Within the past year, murals started to appear throughout the country, in a sign of solidarity for the Black Lives Matter (BLM) movement. As a community committed to social justice and human rights, a group of over 500 volunteers helped to create a street mural along Worcester’s Major Taylor Boulevard. This all-inclusive street mural, completed by 18 local artists with the support of the City administration and other local organizations, is reflective of the great work that happens when a community comes together for a common cause.
Sharinna Travieso is one of the artists behind Worcester’s BLM murals. In 2016, the first mural she worked on was “Maiden Mother Crone” on the YWCA’s wall in Downtown Worcester where she assisted artist Alice Mizrachi. Travieso is a Worcester native who has witnessed first hand all the changes the city has experienced in recent years. When we spoke with her, she said she’s proud to see her art represented in Downtown Worcester.
“It was nice to be able to use my art as my voice. I think seeing it as an art form is more impactful. Art is more powerful than using your voice. People can see it and take what they want from it. It leaves a longer-lasting impression on people.”
– Sharinna Travieso
Worcester is a cultural destination. The city is proud to offer a variety of cultural attractions, from theater and dining to local art and outdoor exhibits. One of the most recent artistic additions has been the Black Lives Matter mural.
This week we’re highlighting one of the talented artists who lent her skill to this powerful mural: Sharinna Travieso.
Sharinna has been an artist since 2016. She grew up in Worcester and says that “seeing the changes in the city has been pretty crazy.”
Before she started painting murals, Sharinna attended an art-focused elementary school, where she learned through art and dance. During college, Sharinna began drawing and painting. In 2016, the first mural she worked on was “Maiden Mother Crone” on the YWCA’s wall in Downtown Worcester where she assisted artist Alice Mizrachi. She says her art gives her a way to express herself, and that “it’s good to be a part of the movement.”
During her third year of college, Sharinna realized that although she was learning, she wasn’t doing what she loved to do. She dropped out to focus on her art. As the Black Lives Matter protests flared around the country, Sharinna received a call from a friend who asked her if she wanted to get involved in creating the mural for Downtown Worcester. Her answer was a resounding yes.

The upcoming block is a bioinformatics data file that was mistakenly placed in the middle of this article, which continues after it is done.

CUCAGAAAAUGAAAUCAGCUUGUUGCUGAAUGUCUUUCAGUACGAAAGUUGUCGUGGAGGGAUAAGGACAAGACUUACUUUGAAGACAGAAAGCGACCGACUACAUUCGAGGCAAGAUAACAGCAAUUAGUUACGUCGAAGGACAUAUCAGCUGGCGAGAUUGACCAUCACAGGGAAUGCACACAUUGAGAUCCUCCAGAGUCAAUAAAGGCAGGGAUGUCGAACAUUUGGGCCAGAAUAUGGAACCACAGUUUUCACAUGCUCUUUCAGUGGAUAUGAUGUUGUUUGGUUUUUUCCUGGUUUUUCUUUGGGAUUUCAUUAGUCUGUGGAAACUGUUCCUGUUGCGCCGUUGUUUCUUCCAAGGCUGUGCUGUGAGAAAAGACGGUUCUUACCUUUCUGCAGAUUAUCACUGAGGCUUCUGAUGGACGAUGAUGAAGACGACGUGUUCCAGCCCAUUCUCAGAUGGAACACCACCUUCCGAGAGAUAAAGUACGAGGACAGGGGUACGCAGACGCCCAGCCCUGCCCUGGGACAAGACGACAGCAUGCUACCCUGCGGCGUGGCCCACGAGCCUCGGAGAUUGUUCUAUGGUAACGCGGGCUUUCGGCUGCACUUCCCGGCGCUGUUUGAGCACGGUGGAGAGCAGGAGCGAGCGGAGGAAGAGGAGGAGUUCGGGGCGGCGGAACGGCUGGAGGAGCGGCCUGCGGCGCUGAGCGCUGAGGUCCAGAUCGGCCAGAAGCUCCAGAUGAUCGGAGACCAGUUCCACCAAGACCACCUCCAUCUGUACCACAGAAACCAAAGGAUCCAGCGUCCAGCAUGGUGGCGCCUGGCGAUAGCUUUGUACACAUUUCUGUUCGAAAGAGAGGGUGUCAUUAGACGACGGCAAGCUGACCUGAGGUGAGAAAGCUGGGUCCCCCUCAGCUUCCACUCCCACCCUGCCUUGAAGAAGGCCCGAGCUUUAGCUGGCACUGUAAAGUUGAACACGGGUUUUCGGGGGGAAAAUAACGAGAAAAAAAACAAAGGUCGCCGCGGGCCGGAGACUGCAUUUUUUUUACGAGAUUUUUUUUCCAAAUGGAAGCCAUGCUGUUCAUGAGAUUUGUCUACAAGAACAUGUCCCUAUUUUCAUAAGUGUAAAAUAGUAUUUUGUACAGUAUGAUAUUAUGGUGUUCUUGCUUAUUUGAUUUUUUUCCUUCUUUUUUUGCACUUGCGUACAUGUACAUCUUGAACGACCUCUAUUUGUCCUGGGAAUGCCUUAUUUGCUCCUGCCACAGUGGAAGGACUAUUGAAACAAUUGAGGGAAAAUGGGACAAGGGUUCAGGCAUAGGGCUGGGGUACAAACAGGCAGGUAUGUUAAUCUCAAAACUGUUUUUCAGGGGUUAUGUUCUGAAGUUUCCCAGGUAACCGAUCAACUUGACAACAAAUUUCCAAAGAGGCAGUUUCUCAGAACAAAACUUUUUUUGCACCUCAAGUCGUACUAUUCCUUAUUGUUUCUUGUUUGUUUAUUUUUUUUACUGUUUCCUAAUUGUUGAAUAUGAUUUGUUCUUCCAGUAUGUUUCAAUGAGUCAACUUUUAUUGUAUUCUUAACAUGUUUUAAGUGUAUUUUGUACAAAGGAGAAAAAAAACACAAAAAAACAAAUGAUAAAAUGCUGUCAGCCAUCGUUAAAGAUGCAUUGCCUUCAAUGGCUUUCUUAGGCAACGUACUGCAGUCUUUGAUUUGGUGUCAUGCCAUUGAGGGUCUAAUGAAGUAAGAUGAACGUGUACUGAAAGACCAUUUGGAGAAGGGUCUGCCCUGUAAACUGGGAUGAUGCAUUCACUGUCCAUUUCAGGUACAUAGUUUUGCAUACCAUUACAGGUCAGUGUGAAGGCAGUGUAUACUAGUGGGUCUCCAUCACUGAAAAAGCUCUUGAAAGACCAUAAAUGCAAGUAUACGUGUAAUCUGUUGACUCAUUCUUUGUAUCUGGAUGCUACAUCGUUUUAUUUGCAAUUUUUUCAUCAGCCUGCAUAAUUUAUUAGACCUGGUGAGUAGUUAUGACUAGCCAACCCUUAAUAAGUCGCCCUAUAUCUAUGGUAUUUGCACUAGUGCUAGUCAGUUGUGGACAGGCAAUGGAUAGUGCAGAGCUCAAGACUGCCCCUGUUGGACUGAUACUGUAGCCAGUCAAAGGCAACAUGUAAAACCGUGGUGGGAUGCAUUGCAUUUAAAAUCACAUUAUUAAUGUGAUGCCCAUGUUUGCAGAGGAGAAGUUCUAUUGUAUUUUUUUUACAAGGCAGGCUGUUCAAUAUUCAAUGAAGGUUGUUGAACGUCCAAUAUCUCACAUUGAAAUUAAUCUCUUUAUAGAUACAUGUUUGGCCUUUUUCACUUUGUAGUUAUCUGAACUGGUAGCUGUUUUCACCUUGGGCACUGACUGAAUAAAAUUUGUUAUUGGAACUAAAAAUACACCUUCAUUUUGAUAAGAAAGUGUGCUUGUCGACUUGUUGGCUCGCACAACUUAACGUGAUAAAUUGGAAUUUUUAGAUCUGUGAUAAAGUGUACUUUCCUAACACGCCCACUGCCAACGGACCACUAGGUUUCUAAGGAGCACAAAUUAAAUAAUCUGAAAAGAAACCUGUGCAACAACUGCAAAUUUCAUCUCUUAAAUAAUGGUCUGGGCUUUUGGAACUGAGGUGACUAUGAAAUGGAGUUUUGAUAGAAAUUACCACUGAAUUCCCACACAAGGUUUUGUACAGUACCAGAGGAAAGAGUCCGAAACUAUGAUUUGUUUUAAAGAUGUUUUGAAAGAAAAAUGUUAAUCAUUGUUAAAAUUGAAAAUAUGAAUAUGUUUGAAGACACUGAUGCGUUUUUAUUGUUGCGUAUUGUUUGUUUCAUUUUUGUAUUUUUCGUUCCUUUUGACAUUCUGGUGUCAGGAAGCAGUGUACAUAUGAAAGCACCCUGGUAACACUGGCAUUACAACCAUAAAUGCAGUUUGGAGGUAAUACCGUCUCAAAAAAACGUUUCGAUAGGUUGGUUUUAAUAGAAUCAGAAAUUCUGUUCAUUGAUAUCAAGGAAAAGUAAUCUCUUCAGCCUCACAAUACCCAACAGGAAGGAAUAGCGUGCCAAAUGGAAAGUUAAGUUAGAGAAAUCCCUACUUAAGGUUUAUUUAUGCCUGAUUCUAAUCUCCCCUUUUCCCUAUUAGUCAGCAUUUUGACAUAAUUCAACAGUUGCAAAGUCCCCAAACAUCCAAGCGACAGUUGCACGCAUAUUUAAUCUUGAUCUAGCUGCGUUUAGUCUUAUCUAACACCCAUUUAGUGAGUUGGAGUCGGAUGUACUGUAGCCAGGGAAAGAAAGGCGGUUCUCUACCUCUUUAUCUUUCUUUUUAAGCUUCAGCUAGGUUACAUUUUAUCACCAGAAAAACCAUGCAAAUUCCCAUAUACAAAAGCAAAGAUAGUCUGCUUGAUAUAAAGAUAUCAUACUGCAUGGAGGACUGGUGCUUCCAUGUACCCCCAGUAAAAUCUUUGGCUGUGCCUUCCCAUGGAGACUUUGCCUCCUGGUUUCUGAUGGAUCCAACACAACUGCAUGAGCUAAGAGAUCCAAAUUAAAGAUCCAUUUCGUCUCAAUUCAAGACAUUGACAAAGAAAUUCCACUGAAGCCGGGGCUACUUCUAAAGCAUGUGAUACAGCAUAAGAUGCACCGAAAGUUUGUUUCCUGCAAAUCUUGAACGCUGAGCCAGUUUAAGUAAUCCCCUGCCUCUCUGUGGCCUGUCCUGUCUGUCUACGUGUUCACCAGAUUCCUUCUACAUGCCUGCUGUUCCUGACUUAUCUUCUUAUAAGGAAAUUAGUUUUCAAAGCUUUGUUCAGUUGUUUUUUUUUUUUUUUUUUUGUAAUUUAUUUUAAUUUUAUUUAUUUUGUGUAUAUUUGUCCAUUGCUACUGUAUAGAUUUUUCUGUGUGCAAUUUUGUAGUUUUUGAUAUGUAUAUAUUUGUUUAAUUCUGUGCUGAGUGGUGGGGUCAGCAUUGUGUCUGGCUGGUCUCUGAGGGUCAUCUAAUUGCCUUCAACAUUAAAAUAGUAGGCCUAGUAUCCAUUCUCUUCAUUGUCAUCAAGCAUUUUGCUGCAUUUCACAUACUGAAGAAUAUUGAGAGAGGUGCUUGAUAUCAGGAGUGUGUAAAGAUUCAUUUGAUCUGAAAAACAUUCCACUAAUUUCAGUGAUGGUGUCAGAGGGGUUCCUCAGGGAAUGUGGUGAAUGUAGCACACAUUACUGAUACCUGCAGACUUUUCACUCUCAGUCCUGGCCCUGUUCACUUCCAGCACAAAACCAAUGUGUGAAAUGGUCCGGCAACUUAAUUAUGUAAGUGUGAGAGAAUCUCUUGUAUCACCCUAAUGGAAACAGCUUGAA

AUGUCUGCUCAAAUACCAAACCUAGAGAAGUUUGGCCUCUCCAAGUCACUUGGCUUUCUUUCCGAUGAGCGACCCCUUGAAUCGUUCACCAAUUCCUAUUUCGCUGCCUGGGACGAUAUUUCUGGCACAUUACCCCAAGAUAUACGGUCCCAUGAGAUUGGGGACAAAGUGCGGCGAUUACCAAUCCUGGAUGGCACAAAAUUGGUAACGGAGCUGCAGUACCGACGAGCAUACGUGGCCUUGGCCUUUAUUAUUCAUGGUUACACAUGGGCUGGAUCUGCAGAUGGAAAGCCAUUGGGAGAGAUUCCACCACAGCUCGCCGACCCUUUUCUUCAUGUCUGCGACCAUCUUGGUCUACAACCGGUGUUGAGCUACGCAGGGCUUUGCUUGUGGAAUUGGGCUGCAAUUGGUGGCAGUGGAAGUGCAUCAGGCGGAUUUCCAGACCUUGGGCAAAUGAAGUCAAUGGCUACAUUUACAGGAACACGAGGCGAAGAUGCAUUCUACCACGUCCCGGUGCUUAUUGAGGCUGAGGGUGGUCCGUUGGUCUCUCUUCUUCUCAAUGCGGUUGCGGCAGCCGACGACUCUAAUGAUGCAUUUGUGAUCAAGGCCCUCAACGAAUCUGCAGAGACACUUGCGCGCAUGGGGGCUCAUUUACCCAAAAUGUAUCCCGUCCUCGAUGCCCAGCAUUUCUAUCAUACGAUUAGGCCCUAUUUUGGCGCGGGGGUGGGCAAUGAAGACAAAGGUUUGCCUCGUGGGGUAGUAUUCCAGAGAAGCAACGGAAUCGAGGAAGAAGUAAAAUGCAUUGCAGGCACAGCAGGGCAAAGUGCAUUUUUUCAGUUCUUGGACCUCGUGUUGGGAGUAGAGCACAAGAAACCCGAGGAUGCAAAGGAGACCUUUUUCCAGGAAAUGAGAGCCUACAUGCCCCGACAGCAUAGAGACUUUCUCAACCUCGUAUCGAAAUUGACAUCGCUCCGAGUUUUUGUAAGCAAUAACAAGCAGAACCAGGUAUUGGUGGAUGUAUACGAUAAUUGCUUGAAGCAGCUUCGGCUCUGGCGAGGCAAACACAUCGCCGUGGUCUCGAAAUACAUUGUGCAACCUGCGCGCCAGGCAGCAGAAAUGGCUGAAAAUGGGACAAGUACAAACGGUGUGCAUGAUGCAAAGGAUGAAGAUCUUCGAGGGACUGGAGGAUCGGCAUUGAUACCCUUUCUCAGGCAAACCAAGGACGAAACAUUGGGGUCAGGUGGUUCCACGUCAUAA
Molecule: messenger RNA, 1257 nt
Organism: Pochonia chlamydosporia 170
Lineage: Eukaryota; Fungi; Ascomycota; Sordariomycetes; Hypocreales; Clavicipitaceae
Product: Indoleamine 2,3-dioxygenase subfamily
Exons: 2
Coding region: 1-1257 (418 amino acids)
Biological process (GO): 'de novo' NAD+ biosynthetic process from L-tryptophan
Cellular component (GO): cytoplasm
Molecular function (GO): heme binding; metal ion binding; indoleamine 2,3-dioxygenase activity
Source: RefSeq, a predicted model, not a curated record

Of painting the mural, Sharinna says she started with a sketch of her letter (the first ‘L’ in black) and had a chance to visualize her contribution on paper first. Uniquely, the artists did not collaborate on the appearance of the letters beforehand. Instead, each artist created their unique vision and later compiled them into the finished product.
Here’s what Sharinna has to say about her contribution to the mural and its impact on the Worcester community:
“My letter depicts a girl at the bottom. She has dark skin. I wanted to represent the females. I felt it was important for girls to see themselves in the mural. In my letter, off to the side, it has different-colored hands holding up signs. A few days after the mural was finished, I remember seeing a picture of a little boy drawing something on the ground in chalk. It was a part of my letter. It showed the impact the mural had on the community. It was nice.”
Before her Worcester murals, Sharinna says she’s had no experience with street art, and that the experiences have been fun because she’s so used to painting static surfaces.
Of being part of the BLM mural, Sharinna says:
“It was nice to be able to use my art as my voice. I think seeing it as an art form is more impactful. Art is more powerful than using your voice. People can see it and take what they want from it. It leaves a longer-lasting impression on people….Being a part of that outreach created a sense of community. Before COVID, we went to art shows and I loved getting together with people and doing art. Aside from the activism part, it was nice to get together.”
In addition to demonstrating Downtown Worcester’s commitment to social justice and inclusivity, the BLM mural also provided an important coming-together for artists and community members amid the COVID-19 pandemic.
In Sharinna’s words:
“I didn’t realize that people missed community art that much. Everyone just came back out and worked together.”
Worcester’s artistic heritage runs deep, and the BLM mural is just one more display of the talented artists who live in the city. On future art in Worcester, Sharinna says:
“I would push to put more art in the Main South area and the Lincoln Area. I feel like incorporating some art into those lower-income places incorporates them into the community.”
The mural was painted on July 15, 2020 on Major Taylor Boulevard next to the DCU Center.